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CenturyLink outage traced to faulty network card.
CenturyLink experienced an outage last Thursday and Friday that affected 911 emergency services across the US. A spokeswoman for the company told the Billings Gazette that the issue was caused by a "faulty network management card" from a third-party vendor, and was compounded by the fact that it "impacted CenturyLink's visibility into our network management system, impairing our ability to troubleshoot and prolonging the duration of the outage." FCC Chairman Ajit Pai said the length and extent of the outage was "particularly troubling," and he announced that the FCC had launched an investigation into the matter (CNET).
Schneider Electric has patched three flaws in its EVLink Parking car charging stations, including a critical hard-coded credentials vulnerability that would have allowed an attacker to access the system (Threatpost).
Google patched an information disclosure bug in Chrome for Android that could be used to track users across the internet. The vulnerability was first discovered three years ago (SecurityWeek).
Adobe released an emergency out-of-band update on Thursday to fix two vulnerabilities. The first is a use-after-free bug and the second is a security bypass vulnerability that could lead to privilege escalation (SecurityWeek).
Crime and punishment.
The US Department of Justice charged a Chinese national with stealing trade secrets worth more than $1 billion from the US-based petroleum company that employed him. The FBI says that Hongjin Tan, a US permanent legal resident, downloaded hundreds of files from the company, a number of which were related to the manufacture of a valuable "research and development downstream energy market product" (Dark Reading).
A court ruling shows that the FBI raid that led to alleged NSA leaker Hal Martin's arrest was prompted by a suspiciously-timed Twitter message he sent hours before the 2016 ShadowBrokers leak. The partially-redacted ruling shows that Mr. Martin sent a message requesting a meeting with someone that involved something with "shelf life, three weeks." Mr. Martin has been in jail for the past two years and faces a maximum of 200 years in prison for keeping a massive amount of classified information at his place of residence. While it's still not clear if any of this information was intentionally leaked, it certainly wasn't secure in Mr. Martin's backyard shed (Politico).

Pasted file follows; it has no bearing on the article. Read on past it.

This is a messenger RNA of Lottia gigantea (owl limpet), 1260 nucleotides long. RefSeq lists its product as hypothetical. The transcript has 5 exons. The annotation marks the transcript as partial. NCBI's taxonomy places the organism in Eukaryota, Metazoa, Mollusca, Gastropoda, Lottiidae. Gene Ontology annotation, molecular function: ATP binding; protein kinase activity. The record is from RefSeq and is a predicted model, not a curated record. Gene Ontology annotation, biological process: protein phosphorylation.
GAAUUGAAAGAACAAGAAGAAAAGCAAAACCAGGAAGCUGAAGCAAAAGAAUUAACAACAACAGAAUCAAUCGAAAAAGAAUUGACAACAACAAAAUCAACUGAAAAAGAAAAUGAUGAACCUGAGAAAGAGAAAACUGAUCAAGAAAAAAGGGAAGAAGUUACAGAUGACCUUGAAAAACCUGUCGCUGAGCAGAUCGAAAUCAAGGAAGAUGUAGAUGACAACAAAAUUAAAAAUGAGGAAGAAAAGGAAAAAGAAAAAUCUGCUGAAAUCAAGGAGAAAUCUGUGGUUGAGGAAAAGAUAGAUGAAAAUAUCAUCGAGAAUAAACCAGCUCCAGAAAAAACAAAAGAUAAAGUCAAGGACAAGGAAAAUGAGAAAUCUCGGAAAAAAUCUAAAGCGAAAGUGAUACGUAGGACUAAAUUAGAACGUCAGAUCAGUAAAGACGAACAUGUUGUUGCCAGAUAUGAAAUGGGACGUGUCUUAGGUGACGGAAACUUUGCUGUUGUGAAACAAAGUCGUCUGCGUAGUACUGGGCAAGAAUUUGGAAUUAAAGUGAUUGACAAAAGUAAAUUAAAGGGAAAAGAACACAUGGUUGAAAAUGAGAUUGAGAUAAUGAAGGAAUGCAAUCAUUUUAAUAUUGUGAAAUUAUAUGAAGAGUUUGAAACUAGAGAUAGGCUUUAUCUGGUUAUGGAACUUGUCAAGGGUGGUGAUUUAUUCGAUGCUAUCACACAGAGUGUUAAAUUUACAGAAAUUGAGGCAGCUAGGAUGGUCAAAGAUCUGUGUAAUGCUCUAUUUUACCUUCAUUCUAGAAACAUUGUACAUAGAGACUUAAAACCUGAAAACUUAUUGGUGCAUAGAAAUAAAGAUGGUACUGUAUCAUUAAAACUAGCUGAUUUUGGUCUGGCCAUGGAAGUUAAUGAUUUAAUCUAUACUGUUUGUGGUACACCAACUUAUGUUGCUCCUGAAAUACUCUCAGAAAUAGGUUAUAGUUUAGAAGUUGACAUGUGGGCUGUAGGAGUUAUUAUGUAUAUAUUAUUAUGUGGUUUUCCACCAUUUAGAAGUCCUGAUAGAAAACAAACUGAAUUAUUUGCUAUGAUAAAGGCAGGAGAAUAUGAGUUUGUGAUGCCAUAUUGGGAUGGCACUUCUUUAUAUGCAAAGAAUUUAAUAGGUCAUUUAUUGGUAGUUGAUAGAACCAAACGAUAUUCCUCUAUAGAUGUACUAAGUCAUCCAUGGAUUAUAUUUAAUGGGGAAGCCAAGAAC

The Baltimore court ruling also shows that Hal Martin's attorneys successfully convinced the judge that Mr. Martin's statements to the FBI at the time of his arrest were inadmissible in court, since the FBI failed to Mirandize him. The physical evidence seized in the raid is still fair game, however (Politico).
Courts and torts.
French data protection watchdog CNIL has fined Uber €400,000 over the company’s 2016 data breach. The breach affected 57 million people, 1.4 million of which were in France. CNIL said that the breach could have been prevented if Uber had followed simple security protocols. In particular, CNIL said that the company should have required its employees to use two-factor authentication to log in to GitHub, and that those employees shouldn't have stored plaintext AWS login credentials in the source code on GitHub. CNIL also states that the company should have used IP filtering to access AWS servers (Lexology). The UK and the Netherlands previously fined the company £385,000 and €600,000, respectively. In total, Uber faces the equivalent of $1.6 million in fines from European countries (TechCrunch).
Policies, procurements, and agency equities.